Scientific Breakthroughs

This Nanotechnology Can Potentially Develop An Artificial Kidney Powered By A Person’s Heart

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Scientists Develop Artificial Kidney That Can Potentially Ease Shortage of Kidney Donors

The world’s first implantable artificial kidney is created by scientists to aid patients to keep off of dialysis. Once all research is successfully done, the device would be of great help for many patients dying from the shortage of kidney donors.

Medical researchers from Vanderbilt University developed the technology that uses both nanotechnology and living cells. No external power source is needed as well since it is functioned by the patient’s heart.

Technology Behind Hybrid Kidney

Human Body Organ: Kidneys

Source: Giphy

Kidneys are tasked to remove waste products, salts and excess fluids from our body through urine. When our kidneys fail to function, dialysis is needed to take over its duties.

But with the latest nanotechnology developed, dialysis might no longer be needed as an artificial kidney can potentially be implanted in the patient’s body that functions like a real kidney. It is made possible with the advancement of microchips that use silicon nanotechnology.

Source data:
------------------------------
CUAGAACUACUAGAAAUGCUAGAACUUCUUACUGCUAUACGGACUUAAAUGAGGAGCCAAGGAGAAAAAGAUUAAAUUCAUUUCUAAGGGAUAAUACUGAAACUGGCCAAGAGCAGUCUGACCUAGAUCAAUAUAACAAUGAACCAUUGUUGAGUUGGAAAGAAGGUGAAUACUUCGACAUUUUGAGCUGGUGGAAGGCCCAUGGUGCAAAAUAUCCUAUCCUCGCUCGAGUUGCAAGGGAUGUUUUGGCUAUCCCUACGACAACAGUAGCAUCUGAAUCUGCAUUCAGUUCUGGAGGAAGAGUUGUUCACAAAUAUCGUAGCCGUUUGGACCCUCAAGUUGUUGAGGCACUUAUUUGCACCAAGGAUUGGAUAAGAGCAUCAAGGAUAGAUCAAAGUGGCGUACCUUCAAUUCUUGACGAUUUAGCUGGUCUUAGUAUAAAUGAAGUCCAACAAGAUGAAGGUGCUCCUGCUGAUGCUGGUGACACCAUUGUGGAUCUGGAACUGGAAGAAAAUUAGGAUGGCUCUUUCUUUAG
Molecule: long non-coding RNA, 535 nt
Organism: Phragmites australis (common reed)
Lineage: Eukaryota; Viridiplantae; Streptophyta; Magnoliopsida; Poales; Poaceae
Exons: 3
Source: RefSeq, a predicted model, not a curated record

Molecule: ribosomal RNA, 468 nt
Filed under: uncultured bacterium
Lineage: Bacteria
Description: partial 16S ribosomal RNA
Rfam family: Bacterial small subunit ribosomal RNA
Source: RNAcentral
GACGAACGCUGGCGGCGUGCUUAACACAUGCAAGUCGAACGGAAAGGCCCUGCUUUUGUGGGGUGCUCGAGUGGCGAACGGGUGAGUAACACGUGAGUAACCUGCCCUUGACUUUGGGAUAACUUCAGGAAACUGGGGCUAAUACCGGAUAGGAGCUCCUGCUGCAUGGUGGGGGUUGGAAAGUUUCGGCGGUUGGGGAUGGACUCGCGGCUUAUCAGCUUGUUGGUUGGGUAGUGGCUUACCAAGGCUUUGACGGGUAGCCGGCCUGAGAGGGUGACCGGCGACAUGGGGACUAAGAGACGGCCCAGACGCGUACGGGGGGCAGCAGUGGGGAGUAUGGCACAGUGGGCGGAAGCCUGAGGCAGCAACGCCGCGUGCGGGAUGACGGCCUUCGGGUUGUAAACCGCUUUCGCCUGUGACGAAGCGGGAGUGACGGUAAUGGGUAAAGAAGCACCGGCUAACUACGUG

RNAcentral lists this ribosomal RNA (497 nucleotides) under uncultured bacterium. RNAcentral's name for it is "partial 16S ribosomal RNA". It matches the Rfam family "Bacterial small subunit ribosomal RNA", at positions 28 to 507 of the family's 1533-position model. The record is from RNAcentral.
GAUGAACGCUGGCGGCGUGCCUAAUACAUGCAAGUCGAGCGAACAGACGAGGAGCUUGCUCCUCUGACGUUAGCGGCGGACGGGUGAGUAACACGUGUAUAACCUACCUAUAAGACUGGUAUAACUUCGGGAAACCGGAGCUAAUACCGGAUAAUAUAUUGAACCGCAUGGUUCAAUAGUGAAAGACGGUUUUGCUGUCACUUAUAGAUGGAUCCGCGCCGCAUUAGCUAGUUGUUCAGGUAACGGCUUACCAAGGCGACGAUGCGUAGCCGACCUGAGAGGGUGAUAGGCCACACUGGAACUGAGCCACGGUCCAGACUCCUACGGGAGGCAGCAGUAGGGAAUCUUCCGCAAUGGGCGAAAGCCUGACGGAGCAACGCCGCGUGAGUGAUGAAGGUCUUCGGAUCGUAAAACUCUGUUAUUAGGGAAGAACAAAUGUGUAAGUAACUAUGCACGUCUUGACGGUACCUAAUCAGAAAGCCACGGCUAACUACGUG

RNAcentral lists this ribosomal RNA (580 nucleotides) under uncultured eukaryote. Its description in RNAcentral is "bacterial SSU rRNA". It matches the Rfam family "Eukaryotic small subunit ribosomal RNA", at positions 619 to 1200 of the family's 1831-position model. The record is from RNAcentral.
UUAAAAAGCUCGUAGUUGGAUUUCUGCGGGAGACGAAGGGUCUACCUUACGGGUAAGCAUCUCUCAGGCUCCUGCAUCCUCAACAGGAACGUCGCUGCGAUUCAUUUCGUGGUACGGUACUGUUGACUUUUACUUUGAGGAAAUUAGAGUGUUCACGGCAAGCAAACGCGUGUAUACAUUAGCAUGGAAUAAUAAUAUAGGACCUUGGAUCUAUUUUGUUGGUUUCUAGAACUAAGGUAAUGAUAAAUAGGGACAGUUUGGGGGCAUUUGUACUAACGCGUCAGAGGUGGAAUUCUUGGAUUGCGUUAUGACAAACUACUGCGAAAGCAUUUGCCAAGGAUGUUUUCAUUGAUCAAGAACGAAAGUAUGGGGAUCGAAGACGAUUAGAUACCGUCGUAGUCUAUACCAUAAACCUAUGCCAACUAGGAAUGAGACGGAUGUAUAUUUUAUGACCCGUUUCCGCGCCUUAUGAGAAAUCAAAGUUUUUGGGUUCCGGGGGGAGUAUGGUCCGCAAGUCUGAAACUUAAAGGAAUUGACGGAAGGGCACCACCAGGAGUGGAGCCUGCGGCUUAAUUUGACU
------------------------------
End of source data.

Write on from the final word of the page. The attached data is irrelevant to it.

Team lead Dr. William H. Fissell IV said the silicon nanotechnology uses the same mechanism with “microelectronics industry for computers.” Moreover, they are affordable and accurate which makes the microchips ideal for performing as a filter for the body.

Stacked on top of each other, the 15 microchips used in one device will work with the living kidney cells. According to Fissell, the hybrid kidney can then “reabsorb nutrients” needed by the body and discard the harmful ones just like how the real kidney does.

Solution For Shortage of Kidney Donors

While the device is still under development, they were able to solve a problem for a possible blood clot. With the help of biochemical engineer Amanda Buck, they refined the channels of the device to allow a smooth blood flow on the medium.

For the meantime, more clinical studies are needed to be done which is scheduled to start this year. Its potential is simply remarkable especially for the patients who have long been on the waiting list for a kidney donor.

In the U.S. alone, 13 patients die each day while waiting for a kidney according to the National Kidney Foundation. This only shows the demand for organ transplants is too high to be provided for everyone one who needs it.

The artificial kidney would be of great help to mitigate the shortage of kidney donors. When approved, the device can assist many patients independently while no longer relying on dialysis.


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